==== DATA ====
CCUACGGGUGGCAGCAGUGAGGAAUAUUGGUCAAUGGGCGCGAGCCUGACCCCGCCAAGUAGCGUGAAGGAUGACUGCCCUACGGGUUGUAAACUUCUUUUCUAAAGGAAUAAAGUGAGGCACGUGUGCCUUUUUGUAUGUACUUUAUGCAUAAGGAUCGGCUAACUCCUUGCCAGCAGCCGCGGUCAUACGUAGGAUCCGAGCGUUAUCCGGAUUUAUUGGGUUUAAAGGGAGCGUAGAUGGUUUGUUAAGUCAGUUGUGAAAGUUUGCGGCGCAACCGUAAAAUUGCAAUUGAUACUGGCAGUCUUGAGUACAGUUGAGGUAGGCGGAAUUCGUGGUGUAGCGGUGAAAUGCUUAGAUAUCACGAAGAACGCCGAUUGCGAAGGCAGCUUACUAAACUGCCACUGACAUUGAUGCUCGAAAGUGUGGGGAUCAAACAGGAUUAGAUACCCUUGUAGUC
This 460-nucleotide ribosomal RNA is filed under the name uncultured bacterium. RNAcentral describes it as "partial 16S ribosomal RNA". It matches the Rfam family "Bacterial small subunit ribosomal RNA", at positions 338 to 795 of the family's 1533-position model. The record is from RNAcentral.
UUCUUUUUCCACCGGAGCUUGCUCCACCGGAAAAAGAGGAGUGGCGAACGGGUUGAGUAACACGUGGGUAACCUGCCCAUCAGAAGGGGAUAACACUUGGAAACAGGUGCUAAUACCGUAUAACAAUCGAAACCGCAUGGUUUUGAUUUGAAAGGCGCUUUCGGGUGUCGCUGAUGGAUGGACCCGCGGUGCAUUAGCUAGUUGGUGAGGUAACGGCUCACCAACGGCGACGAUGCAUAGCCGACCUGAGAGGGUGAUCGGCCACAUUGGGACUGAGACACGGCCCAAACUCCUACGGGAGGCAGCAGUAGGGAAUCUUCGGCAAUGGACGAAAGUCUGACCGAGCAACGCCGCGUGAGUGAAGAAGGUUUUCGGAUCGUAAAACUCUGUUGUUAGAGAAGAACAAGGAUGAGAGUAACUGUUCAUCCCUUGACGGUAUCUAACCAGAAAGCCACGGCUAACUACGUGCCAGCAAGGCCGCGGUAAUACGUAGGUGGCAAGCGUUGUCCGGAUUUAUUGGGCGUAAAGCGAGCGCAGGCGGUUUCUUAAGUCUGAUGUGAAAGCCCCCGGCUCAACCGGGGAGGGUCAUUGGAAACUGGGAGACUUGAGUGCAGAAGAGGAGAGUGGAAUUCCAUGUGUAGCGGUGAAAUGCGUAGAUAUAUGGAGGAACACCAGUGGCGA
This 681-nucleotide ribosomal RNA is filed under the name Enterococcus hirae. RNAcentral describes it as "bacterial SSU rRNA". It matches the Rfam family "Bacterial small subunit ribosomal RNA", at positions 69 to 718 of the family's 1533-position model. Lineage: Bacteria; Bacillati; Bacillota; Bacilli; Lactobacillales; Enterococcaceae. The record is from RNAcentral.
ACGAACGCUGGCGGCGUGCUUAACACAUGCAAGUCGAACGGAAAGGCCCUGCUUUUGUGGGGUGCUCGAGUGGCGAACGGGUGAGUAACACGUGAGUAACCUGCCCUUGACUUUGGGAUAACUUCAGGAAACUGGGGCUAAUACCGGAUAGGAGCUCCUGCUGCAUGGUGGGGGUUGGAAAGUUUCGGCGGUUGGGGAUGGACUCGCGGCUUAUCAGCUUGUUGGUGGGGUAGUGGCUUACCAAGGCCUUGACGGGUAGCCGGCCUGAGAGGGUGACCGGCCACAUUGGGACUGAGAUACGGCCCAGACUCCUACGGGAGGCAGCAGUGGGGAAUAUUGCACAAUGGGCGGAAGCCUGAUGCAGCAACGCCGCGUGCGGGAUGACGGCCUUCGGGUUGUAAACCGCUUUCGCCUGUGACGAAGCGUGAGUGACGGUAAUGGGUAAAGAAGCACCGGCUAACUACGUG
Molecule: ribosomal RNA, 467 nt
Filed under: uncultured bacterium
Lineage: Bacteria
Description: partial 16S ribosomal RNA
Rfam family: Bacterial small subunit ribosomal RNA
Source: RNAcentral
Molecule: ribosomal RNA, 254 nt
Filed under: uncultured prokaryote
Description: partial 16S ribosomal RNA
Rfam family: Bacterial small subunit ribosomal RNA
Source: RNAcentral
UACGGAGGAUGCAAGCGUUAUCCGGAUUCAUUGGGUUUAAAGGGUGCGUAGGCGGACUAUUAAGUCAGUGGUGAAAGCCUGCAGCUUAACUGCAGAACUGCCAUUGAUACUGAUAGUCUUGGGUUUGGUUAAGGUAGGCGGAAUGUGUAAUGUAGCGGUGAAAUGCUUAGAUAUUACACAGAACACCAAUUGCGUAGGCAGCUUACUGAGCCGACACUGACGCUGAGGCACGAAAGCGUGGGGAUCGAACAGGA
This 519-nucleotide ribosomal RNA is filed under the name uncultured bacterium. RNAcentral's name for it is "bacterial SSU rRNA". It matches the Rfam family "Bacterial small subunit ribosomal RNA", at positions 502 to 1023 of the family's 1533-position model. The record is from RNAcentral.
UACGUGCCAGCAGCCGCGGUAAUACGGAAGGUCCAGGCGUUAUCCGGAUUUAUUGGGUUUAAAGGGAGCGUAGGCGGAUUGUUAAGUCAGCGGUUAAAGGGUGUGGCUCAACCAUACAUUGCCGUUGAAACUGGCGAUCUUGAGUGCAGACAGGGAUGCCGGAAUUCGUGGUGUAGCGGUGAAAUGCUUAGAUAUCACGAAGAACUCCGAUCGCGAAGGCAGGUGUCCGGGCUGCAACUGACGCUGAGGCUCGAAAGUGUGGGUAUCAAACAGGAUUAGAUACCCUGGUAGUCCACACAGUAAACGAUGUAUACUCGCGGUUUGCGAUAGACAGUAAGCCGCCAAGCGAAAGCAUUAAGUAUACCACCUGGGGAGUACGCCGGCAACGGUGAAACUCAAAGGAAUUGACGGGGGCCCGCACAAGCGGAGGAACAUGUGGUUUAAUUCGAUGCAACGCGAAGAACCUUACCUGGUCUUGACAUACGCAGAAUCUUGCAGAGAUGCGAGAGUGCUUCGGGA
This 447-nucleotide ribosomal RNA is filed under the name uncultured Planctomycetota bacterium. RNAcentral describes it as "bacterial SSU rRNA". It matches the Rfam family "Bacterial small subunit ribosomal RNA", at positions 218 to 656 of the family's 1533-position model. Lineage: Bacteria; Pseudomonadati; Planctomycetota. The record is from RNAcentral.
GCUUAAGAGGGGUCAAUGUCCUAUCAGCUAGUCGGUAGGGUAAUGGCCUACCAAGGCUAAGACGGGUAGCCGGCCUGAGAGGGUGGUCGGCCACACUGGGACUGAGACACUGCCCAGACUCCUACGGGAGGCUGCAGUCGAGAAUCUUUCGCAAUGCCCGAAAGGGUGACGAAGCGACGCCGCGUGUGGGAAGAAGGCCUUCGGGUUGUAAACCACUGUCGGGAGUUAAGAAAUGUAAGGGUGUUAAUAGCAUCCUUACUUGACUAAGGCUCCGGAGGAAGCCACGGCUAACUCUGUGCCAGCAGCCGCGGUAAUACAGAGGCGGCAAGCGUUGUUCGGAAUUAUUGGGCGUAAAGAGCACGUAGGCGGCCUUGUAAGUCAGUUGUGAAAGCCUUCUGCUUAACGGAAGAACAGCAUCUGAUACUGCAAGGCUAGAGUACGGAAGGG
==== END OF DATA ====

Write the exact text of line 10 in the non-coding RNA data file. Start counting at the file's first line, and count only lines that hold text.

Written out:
Rfam family: Bacterial small subunit ribosomal RNA